I was reading Ezra Klein’s “Why We’re Polarized” and I came across a lovely idea, which is that we are not meant to be rational by ourselves. Put another way we are stronger when we take in and listen to multiple points of view. This is certainly something I have found to be true. Recently someone pointed out the root “rational” is “ratio” – which implies both comparison and balance. I like the idea of revealing the truth by comparing notes, or our various versions of reality.

As to ascertaining the a rational balance, whenever I work with statistical ratios and percentages, I’m also mindful of how slippery they can be. Change can happen in either numerator or denominator (or both), and big changes can be obscured in the resulting ratio. So-called rationality is rooted in a lot of obscured assumptions. It makes sense to check the default paradigm and the legitimacy of any comparison – before venturing a guess as to what is and what is not rational.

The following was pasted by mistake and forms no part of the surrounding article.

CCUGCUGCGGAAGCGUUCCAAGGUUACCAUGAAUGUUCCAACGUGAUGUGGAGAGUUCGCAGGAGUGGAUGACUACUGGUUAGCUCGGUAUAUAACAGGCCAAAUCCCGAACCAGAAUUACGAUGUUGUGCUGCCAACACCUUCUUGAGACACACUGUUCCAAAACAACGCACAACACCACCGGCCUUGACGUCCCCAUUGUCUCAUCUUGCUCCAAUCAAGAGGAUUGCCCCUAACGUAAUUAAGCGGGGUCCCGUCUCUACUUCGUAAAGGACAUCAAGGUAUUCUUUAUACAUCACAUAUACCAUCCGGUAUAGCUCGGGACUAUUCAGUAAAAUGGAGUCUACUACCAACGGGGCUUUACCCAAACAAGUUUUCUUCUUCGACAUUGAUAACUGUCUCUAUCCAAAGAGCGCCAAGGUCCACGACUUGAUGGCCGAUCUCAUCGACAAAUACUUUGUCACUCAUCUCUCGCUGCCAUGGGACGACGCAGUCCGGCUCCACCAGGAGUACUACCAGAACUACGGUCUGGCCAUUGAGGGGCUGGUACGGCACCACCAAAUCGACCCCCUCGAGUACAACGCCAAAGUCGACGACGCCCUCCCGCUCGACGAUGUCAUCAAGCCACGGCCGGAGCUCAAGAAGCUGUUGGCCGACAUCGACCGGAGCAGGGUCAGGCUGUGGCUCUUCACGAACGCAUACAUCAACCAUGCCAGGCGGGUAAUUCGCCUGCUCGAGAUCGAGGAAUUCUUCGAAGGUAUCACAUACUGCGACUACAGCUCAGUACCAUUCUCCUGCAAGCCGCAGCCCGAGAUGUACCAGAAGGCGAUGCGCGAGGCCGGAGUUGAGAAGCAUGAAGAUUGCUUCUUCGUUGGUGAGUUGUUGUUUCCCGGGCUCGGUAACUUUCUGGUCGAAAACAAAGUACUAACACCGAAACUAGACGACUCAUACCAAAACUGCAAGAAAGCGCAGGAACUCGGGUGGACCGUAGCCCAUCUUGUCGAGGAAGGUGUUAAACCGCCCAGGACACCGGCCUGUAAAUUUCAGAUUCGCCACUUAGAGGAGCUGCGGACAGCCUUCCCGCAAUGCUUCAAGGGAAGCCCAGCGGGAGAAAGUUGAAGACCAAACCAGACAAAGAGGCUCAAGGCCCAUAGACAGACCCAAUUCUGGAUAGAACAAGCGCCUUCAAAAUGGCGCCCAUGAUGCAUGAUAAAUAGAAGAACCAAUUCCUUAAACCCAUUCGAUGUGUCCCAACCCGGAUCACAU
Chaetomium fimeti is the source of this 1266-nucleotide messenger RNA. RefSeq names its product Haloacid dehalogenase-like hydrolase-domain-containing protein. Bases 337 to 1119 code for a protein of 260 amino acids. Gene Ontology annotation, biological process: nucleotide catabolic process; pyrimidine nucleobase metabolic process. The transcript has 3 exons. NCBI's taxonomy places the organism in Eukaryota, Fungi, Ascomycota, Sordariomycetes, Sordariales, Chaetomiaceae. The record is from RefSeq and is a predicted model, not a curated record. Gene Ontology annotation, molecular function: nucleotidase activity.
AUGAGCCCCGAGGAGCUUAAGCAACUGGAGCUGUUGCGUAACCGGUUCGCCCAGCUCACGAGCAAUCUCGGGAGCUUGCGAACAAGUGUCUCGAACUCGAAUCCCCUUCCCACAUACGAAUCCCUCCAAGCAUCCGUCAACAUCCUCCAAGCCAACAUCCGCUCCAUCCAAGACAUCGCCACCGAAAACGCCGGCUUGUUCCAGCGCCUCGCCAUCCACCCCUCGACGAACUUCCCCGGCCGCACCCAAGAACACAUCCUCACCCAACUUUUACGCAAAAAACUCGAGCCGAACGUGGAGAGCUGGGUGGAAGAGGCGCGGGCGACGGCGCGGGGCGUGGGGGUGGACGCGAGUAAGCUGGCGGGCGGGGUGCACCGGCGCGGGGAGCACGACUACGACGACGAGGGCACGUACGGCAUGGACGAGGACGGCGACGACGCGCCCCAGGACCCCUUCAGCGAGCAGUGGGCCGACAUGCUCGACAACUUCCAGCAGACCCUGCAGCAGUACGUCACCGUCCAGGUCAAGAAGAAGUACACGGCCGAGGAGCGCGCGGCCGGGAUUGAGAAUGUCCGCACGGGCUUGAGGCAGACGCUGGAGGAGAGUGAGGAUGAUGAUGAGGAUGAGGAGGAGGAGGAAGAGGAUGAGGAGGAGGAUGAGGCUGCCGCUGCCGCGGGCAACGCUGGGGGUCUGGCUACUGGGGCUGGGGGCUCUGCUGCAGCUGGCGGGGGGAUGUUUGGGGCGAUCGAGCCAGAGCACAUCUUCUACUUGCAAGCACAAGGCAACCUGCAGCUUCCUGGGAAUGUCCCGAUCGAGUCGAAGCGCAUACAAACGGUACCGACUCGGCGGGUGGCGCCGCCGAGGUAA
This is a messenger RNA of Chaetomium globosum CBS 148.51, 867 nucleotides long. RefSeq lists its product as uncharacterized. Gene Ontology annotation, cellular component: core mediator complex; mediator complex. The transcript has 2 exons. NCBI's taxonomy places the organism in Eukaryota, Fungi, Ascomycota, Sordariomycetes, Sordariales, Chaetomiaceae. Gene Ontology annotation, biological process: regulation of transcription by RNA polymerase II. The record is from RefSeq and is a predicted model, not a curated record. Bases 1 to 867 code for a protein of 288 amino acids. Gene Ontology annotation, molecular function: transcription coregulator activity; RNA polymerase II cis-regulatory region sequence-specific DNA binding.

… and of course there is also the matter of what happens at the margins.